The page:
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Federal Regulator Highlights Duty for Companies to Mitigate Cybersecurity Vulnerability Federal Regulator Highlights Duty for Companies to Mitigate Cybersecurity Vulnerability

Federal Regulator Highlights Duty for Companies to Mitigate Cybersecurity Vulnerability

Failing to mitigate a known IT security vulnerability that exposes a company to a security breach could also trigger an enforcement action by the federal government, warned the Federal Trade Commission, or FTC, in a January 4, 2022 announcement. The FTC’s warning is keyed to the widespread impact of a vulnerability in a commonly used type of IT software, known as Log4j, that is found throughout systems in many companies, and which, when compromised, allows an attacker easy access to insert other exploits, such as ransomware. The FTC’s warning notes that a failure to take reasonable steps to mitigate known software vulnerabilities may implicate violations of laws including the Federal Trade Commission Act (“FTC Act”) and the Gramm Leach Bliley Act (“GLBA”). The FTC has sought to enforce these laws in various cybersecurity breaches, most notably a successful enforcement action against Equifax in 2017. The FTC’s announcement is indicative of a view among regulators, for example the Securities and Exchange Commission, that many companies are still not taking the risks posed by cybersecurity shortcomings seriously despite the business and operational threats that they face from cybercriminals.  

Duty to Mitigate?

The FTC highlighted two aspects of its enforcement authority that it believes are relevant when companies fail to reasonably mitigate known cybersecurity vulnerabilities. First, the FTC views the FTC Act, which generally prohibits companies from engaging in unfair and deceptive practices, as imposing a duty on companies that claim to offer data privacy safeguards, for example in their standard privacy policies, to actually do so. Notably, after the FTC took action against Equifax concerning these duties, Equifax paid $575 million to settle the lawsuit that the FTC and other agencies and states brought after the 2017 data breach. At the time of the incident, Equifax’s privacy policy stated that it limited access to consumers’ personal information and implemented “reasonable physical, technical and procedural safeguards” to protect consumer data. Claiming to implement reasonable cybersecurity safeguards and then failing to do so for known or recklessly disregarded vulnerabilities could implicate deceptive practice prohibitions under the FTC Act.  

Second, the FTC warns that a failure to mitigate might also implicate liability under the GLBA Safeguards Rule that applies to financial institutions. Under the GLBA Safeguards Rule, financial institutions are required to develop, implement, and maintain a comprehensive information security program to protect the security, confidentiality, and integrity of customer information. Equifax, according to the FTC, failed to implement a policy to ensure that security vulnerabilities were patched, failed to segment Equifax’s database servers to block access to other parts of the network once one database was breached and failed to install robust intrusion protections for its legacy databases.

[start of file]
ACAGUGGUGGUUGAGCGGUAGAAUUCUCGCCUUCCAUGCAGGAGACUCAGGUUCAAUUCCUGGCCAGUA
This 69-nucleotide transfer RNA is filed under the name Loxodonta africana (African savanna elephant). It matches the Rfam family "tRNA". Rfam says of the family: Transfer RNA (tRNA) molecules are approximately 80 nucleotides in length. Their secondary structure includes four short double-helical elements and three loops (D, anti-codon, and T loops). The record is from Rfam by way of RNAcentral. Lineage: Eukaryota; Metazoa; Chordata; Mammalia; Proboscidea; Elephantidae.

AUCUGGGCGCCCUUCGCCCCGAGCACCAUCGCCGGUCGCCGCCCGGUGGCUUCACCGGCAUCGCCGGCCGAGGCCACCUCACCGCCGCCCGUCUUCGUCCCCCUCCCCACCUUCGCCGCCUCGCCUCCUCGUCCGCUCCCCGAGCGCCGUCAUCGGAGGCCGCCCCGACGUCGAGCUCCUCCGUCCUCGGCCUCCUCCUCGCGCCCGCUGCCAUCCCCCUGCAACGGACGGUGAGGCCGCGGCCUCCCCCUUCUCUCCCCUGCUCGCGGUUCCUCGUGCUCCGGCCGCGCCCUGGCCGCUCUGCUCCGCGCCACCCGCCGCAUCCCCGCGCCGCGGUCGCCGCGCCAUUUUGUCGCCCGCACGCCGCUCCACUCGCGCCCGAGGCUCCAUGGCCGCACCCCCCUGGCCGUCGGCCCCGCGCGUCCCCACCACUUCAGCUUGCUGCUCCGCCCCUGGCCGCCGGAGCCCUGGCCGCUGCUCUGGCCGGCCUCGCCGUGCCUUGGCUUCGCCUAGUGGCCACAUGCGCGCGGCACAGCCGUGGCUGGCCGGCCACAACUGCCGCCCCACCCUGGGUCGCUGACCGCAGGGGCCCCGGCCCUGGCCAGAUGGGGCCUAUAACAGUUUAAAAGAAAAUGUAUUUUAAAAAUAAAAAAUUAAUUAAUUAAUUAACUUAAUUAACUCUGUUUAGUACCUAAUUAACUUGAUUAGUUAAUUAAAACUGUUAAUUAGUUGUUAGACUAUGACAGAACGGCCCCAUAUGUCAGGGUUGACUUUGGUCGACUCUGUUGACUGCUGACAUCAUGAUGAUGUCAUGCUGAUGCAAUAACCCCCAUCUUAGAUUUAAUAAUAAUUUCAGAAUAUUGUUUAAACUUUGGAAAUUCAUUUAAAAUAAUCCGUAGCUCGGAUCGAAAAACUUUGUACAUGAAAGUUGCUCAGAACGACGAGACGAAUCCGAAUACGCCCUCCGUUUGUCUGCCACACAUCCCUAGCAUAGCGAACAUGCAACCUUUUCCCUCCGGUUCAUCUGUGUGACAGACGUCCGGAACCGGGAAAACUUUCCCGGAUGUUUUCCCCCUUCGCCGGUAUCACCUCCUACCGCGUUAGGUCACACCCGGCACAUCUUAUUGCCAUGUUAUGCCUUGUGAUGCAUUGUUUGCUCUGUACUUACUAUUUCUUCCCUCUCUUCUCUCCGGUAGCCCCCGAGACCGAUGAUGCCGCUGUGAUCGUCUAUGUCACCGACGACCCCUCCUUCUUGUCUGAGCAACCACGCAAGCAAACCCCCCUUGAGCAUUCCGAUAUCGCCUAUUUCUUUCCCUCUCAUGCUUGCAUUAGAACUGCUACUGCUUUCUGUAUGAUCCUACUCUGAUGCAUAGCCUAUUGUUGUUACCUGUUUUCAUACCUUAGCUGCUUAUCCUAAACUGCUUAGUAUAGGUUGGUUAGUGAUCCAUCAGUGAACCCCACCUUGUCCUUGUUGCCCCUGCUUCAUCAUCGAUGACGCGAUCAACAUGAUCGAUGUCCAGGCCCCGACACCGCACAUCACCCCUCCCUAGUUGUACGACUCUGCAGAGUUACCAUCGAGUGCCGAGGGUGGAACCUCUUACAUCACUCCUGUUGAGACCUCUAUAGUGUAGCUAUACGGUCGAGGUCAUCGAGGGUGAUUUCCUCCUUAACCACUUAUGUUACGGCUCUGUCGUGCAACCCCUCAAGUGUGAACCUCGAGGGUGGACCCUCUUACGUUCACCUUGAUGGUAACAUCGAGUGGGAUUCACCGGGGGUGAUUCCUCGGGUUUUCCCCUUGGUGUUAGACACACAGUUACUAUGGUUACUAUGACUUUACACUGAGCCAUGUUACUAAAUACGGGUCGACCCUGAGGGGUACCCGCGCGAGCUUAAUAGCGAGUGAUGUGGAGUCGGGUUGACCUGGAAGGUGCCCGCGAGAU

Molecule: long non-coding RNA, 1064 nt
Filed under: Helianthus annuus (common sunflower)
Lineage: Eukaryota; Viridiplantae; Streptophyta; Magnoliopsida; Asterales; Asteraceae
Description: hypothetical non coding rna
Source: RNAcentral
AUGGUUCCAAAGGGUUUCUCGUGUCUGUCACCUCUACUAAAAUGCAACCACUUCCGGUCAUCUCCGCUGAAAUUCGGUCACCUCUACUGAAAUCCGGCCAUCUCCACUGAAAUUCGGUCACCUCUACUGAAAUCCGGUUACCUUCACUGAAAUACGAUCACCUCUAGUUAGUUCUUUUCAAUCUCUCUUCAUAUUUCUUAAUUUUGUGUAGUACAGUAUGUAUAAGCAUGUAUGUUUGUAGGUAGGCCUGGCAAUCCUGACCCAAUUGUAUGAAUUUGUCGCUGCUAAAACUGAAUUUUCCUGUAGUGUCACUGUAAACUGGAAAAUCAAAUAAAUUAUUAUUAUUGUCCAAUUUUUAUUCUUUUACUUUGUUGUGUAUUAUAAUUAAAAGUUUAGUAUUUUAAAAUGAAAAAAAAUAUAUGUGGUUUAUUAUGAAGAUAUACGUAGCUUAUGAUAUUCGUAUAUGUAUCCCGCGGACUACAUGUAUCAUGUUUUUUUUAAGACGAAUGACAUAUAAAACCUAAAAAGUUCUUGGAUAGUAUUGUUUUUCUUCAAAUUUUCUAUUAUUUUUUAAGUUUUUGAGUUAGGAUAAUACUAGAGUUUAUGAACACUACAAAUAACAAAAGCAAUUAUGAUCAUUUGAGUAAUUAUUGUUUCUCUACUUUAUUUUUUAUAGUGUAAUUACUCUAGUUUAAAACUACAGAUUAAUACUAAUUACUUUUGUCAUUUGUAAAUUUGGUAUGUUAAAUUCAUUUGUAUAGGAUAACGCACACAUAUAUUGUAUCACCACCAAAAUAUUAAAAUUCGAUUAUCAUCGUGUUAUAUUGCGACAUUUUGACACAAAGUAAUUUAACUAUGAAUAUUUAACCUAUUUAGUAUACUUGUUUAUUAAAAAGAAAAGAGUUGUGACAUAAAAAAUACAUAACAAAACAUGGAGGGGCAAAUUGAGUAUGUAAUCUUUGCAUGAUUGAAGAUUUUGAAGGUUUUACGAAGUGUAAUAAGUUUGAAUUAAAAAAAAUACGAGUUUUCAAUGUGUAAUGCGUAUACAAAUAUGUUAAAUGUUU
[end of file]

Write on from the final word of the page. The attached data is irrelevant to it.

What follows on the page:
How Might Companies Comply?

There is no doubt that for many companies addressing supply chain vulnerabilities in their IT and cybersecurity is a constant and difficult challenge. Having a program in place to identify, prioritize, and remediate such vulnerabilities is an essential component of a robust cybersecurity program. A vulnerability assessment program should ideally be integrated into a whole-of-company cyber program that allows scarce IT resources to be prioritized against the threats of most criticality. When faced with a serious issue such as that posed by the need to patch instances of the Log4j software, the FTC recommends considering the Cybersecurity and Infrastructure Security Agency (“CISA”) Apache Log4j Vulnerability Guidance, to include the following:
  • Update your Log4j software package to the most current version found here:;
  • Consult CISA guidance to mitigate this vulnerability;
  • Ensure remedial steps are taken to ensure that your company’s practices do not violate the law, such as identifying and patching instances of this software in accordance with the FTC Act; and
  • Distribute this information to any relevant third-party subsidiaries that sell products or services to consumers who may be vulnerable.

Connect with Ice Miller Cybersecurity Attorneys for More Details

Ice Miller has extensive experience assisting companies to navigate and comply with federal cybersecurity laws and regulations, as well as conducting cybersecurity risk assessments and developing risk mitigation strategies. Our team includes Guillermo Christensen, managing partner of the firm’s Washington D.C. office and former CIA officer with decades of incident response including ransomware and nation-state attacks; Reena Bajowala (CIPT, CIPP/US, CIPM), a partner in Ice Miller’s Chicago office and practices within the Data Security and Privacy and Information and Software Disputes practices; Siddharth Bose, a former IT systems engineer and partner in Ice Miller’s Data Security and Privacy Practice; Christian Robertson, a former U.S. Air Force intelligence officer who advises clients on federal procurement cybersecurity laws and regulations; and Tiffany Kim, a Certified Information Privacy Professional and associate in Ice Miller’s Data Security and Privacy Group.

This publication is intended for general information purposes only and does not and is not intended to constitute legal advice. The reader should consult with legal counsel to determine how laws or decisions discussed herein apply to the reader's specific circumstances.

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